Political Prisoners and Prisoners of Conscience Deprived New Year Furlough

Mar 29, 20110 comments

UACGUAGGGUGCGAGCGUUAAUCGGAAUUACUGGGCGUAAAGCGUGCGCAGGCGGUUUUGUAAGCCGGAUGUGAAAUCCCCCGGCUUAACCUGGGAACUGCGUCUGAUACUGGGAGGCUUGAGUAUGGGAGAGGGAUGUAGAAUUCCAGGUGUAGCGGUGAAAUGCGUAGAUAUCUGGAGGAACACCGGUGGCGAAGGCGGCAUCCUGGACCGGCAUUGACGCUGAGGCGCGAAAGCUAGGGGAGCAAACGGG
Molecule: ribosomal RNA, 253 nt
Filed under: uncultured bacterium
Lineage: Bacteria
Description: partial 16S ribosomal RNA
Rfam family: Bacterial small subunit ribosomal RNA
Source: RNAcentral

In an interview with the International Campaign for Human Rights in Iran, Fatameh Kamali Ahmadsaraei, wife of Emadedin Baghi, imprisoned journalist and founder of the Society to Defend Prisoners, said that Tehran’s Prosecutor did not allow Baghi furlough for Nowruz (Persian New Year). Baghi is currently serving his seven year sentence at Evin Prison. “Mr. Baghi has two charges. One is his charge pertaining to the establishment of the Society to Defend Prisoners and the other is his interview with the late Ayatollah Montazeri. Both of these were civil activities; these are not security charges. The worst case scenario facing such charges is being convicted of a political crime. The Iranian Parliament drafted and approved an addition to the Islamic Republic’s Constitution which provided the definition of a political crime, requiring a Jury in such trials, but the Guardian Council rejected it.  Thirty three years after the Iranian revolution, the political crime is yet to be defined. Should political prisoners and their families pay the price for this negligence?  Of course, in the modern world, there is no such thing as a political crime, as attempts to reform political systems are not considered crimes.  Though I’d like to express my joy with the regular prisoners’ right to prison furlough, I would like to ask why political prisoners and prisoners of conscience are deprived of the same?” Fatemeh Kamali told the Campaign. Asked about the family’s weekly visitations with Emadedin Baghi, his wife said:  “Before I explain about the visits I should say that telephone contact with Ward 350 has remained cut off for the past several months, unfortunately.  Previously, prisoners inside this ward could call their families on the phone daily.  I mean for years, prisoners inside the General Ward have had this privilege, but political prisoners are now deprived from making phone calls and this is so cruel to them.  We can only have visits once a week and only for 20 minutes, which is mostly done through the booth and from behind thick glass, using a phone receiver.  A lot of times, we are still talking to Mr. Baghi, when the curtains in the booth come down, and we have to wait another week to see him.  Sometimes, when the visitation days coincide with national holidays, the visitations are cancelled, like this year on Nowruz, when the New Year Day fell on a Monday.” Read More: http://www.iranhumanrights.org/2011/03/prisoners-denied-new-year-furloug/